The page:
One other maritime tradition in the Faroe Islands that is pretty hard to stomach, particularly since it is still going happening, is whaling.  I saw no direct evidence of it while I was there, but the grindadrap does still happen.  This is a whale hunt where pilot whales are driven onto a beach and killed in huge numbers.  Shockingly there is a Shetland parallel here.  There are photographs in the museum in Lerwick showing hunts of this sort happening near our house in southern Shetland in the early years of the 20th Century.  The only real defence is that at least the Shetland folk have stopped doing it now. As an outsider it's very easy to dismiss the hunt as barbaric and out-dated, but it's still important as a Faroese tradition, albeit one that I'd be delighted to see stopped.

I had time to explore the two biggest Faroe islands - Streymoy and Eysturoy - in addition to having a brief look at Vagar, as I went to and from the airport.  The strongest memories are of the remote villages at the north and south ends of each island – such as Eidi and Gjogv on Eysturoy and Tjornuvik and Kirkjubour on Streymoy.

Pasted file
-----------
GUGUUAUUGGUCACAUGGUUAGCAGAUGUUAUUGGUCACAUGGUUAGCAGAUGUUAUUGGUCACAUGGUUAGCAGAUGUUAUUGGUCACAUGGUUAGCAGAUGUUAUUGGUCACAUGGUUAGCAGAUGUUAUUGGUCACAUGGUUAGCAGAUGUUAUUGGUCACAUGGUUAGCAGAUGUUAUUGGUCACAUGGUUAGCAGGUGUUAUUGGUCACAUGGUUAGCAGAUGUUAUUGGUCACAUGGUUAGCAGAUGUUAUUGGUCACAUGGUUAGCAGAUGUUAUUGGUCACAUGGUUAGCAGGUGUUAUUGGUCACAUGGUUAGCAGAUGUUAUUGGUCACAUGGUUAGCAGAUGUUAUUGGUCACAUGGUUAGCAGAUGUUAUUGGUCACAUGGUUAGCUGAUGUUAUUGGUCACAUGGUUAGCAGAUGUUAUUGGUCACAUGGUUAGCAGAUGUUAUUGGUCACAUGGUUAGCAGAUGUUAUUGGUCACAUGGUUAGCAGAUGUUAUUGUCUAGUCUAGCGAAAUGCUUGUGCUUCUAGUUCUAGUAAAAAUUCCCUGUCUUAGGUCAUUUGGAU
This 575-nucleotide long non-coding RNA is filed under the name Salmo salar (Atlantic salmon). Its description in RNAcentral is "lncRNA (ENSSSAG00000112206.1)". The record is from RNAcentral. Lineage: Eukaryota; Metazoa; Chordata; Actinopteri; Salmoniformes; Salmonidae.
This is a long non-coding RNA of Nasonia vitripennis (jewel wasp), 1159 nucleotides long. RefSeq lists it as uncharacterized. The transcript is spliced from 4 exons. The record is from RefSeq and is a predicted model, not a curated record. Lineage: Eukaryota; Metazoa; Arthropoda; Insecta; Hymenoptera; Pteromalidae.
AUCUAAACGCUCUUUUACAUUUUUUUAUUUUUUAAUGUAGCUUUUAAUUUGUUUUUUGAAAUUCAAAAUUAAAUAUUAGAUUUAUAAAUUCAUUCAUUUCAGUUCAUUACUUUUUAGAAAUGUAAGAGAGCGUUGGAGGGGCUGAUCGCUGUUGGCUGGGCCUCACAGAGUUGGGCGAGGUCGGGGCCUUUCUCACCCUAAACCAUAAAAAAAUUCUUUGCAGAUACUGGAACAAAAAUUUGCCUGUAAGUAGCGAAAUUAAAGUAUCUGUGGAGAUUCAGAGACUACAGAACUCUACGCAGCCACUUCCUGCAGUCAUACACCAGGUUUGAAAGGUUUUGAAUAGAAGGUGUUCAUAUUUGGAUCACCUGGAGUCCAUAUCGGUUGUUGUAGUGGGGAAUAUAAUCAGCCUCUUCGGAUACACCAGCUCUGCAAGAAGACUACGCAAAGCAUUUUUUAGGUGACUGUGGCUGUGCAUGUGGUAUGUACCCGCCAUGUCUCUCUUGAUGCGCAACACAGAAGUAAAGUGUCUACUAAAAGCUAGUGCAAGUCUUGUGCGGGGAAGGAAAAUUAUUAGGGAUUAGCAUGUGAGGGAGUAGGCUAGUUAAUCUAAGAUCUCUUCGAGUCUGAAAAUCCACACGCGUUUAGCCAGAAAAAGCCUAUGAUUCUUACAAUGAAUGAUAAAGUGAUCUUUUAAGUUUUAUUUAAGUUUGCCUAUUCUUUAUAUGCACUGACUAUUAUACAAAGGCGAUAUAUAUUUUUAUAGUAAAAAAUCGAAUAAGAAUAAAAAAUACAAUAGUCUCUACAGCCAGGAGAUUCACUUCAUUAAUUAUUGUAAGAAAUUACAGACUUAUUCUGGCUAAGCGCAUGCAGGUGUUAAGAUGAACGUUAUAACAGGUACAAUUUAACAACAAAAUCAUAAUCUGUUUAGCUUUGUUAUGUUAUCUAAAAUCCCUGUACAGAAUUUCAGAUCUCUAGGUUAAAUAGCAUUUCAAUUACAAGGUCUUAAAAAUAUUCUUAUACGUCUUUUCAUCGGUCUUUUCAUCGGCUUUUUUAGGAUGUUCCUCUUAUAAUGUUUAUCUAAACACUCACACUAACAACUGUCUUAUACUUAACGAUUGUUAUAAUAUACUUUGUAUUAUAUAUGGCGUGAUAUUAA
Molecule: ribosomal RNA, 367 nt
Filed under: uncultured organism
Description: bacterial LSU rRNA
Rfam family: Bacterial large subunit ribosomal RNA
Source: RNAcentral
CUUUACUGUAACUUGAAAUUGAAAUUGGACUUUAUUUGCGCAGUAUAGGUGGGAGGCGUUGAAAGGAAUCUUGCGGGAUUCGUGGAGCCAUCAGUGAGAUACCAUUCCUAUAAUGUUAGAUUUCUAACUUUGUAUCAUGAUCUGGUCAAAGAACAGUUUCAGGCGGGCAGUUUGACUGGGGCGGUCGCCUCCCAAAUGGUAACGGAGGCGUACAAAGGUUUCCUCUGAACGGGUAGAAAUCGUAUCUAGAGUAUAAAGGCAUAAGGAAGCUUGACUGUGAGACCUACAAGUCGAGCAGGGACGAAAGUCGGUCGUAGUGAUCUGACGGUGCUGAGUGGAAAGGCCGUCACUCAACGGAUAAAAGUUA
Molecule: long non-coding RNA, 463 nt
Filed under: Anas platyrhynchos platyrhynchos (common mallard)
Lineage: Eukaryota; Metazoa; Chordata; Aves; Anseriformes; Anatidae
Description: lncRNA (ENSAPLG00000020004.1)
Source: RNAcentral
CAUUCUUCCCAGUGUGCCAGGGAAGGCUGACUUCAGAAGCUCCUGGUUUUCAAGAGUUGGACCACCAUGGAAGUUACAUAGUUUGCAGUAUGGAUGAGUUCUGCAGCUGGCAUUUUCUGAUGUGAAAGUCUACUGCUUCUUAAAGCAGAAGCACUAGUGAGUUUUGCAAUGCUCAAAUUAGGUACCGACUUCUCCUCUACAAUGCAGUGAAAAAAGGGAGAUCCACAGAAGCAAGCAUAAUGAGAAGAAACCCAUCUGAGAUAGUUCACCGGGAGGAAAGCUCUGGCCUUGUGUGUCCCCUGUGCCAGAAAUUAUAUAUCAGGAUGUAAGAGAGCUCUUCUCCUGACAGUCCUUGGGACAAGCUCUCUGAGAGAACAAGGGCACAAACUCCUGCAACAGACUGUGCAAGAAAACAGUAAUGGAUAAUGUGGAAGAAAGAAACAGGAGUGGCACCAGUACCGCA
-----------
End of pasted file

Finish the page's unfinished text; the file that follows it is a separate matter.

One thing that continued to surprise me throughout my travels in Scandinavia this spring is the Second World War history.  I knew that Norway and Denmark were both occupied, I'd heard of Vidkun Quisling and I was vaguely aware (presumably from Sunday afternoon movies) of the 'heavy water' story and the Heroes of Telemark, but that was about the extent of my knowledge.  There's a much longer blog post in there somewhere, but suffice to say that my knowledge of the Faroe Islands  wartime history was definitely very sketchy.  The islands were occupied by the British in early 1940 as a precaution, just after Germany invaded mainland Denmark.  Before the war, the Faroes were effectively a 'county' within Denmark, after the British invasion the islands needed to assume a lot more autonomy.  In many ways this was forced on the Faroese at the time - to the extent that British warships tracked down Faroese boats and ordered them to get rid of their Danish flags and replace them with Faroe ones.  At the end of the war this autonomy was (eventually) formalised after Denmark regained its independence.